Mr. DeSantis’s actual response to the crisis is not what delights conservatives; rather, it’s how he bristles at skeptical coverage, just as Mr. Trump did when he was excoriating the “fake news.” The most recent example came this week when “60 Minutes” aired a segment that suggested Mr. DeSantis had improperly made Publix grocery stores, which are ubiquitous in Florida, distributors of the coronavirus vaccine after the company contributed $100,000 to him.

Mr. DeSantis did not cooperate with CBS for the piece. But with the sympathy of other Republicans, he cried foul about the segment after it ran and was rewarded with a coveted prime-time interview on Fox News to expound on his grievance.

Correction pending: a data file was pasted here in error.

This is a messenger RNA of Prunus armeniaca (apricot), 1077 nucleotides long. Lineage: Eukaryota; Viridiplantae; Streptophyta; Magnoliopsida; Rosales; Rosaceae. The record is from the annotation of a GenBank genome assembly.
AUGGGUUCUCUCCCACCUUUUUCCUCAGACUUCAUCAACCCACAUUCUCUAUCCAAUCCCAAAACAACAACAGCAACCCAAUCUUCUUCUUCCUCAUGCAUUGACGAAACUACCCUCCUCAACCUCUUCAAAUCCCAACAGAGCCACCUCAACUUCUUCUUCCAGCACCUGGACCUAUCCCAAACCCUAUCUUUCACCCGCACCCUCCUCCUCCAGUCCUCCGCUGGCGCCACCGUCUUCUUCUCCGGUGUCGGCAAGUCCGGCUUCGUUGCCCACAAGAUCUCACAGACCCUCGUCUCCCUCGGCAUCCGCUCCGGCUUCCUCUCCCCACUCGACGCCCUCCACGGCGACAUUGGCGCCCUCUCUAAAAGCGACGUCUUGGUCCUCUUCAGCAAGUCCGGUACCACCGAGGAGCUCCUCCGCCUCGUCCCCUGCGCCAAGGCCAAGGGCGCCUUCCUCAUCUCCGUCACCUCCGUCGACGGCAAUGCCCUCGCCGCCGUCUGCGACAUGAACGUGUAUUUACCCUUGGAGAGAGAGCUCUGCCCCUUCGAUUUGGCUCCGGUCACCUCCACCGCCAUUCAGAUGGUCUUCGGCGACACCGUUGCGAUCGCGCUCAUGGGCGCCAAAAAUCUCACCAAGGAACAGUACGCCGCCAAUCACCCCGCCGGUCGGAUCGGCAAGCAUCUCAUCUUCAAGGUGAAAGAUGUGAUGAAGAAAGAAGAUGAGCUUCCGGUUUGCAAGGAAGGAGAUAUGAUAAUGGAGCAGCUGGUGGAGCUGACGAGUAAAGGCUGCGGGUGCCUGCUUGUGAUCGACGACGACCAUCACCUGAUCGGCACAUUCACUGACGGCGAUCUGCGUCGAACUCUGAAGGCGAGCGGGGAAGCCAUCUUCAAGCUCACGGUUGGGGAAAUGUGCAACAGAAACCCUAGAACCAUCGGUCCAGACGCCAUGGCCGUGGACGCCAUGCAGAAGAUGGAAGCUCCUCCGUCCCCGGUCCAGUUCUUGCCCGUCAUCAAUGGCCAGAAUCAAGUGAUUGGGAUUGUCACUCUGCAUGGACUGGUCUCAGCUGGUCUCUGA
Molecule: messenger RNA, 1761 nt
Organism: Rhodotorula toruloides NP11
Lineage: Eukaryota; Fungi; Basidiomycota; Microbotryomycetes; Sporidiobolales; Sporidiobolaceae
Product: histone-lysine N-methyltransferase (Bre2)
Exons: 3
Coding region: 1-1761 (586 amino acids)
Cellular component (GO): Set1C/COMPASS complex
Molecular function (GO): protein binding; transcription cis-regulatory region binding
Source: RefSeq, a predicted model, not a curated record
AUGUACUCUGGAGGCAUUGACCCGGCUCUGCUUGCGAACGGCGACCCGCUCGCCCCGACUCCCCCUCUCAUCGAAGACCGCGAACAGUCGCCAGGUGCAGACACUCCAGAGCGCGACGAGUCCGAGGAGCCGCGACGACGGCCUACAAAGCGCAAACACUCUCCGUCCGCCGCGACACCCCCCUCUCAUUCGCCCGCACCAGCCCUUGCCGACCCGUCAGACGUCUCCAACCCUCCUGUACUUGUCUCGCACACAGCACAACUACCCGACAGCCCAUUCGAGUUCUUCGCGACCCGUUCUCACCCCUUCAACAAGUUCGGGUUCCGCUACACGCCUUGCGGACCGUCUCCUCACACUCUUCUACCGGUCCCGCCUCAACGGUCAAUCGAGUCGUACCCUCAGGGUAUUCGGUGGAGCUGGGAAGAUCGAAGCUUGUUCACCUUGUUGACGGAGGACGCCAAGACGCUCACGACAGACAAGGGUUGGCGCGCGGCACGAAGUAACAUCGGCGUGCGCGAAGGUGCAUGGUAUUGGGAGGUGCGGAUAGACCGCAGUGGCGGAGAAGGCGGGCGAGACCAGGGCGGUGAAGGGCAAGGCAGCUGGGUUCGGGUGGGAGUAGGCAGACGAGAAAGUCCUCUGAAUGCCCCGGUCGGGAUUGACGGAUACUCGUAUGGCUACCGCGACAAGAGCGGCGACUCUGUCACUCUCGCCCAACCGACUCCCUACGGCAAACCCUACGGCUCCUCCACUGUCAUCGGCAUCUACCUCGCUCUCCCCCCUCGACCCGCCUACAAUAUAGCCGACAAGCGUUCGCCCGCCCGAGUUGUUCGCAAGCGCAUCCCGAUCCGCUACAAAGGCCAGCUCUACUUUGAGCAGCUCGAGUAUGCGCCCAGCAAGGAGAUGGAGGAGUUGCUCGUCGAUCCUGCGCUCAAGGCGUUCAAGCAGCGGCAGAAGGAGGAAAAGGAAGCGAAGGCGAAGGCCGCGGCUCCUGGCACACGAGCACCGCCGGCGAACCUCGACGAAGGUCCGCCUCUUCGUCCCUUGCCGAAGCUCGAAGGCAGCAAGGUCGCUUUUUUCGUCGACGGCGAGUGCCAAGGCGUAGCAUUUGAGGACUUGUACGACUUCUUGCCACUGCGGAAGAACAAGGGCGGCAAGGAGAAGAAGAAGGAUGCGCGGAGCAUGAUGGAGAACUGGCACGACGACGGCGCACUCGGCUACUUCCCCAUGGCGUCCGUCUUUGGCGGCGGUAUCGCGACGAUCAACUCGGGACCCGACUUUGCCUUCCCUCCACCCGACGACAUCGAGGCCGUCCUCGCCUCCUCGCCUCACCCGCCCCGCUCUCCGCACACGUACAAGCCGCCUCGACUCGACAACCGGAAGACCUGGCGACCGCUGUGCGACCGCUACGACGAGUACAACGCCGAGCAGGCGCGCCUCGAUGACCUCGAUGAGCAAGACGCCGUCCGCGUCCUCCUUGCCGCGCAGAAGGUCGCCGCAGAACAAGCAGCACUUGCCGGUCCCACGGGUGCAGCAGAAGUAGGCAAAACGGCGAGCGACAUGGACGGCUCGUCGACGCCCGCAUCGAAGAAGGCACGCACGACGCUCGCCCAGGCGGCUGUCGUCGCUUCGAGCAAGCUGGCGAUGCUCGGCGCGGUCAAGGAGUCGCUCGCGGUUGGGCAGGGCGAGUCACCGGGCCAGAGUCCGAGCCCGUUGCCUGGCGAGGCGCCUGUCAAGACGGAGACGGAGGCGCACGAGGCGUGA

“This is the beating heart of the Republican Party right now — the media has replaced Democrats as the opposition,” said Scott Jennings, a Republican strategist in Kentucky. “The platform is whatever the media is against today, I’m for, and whatever they’re for, I’m against.”

That has made for an odd alchemy in the capital, where a number of business-oriented Republicans increasingly find themselves politically homeless. Notable among them is the Chamber of Commerce, which angered G.O.P. lawmakers by cozying up to Democrats but is now aghast at Mr. Biden’s proposed corporate tax hike.

“It’s a weird time,” said Tony Fratto, a former Bush administration official who supported Mr. Biden but represents business clients who are uneasy with a tax increase. “I don’t know where to go, but a lot of people don’t feel comfortable with where the parties are right now.”

Except, perhaps, for one recently retired Florida man.

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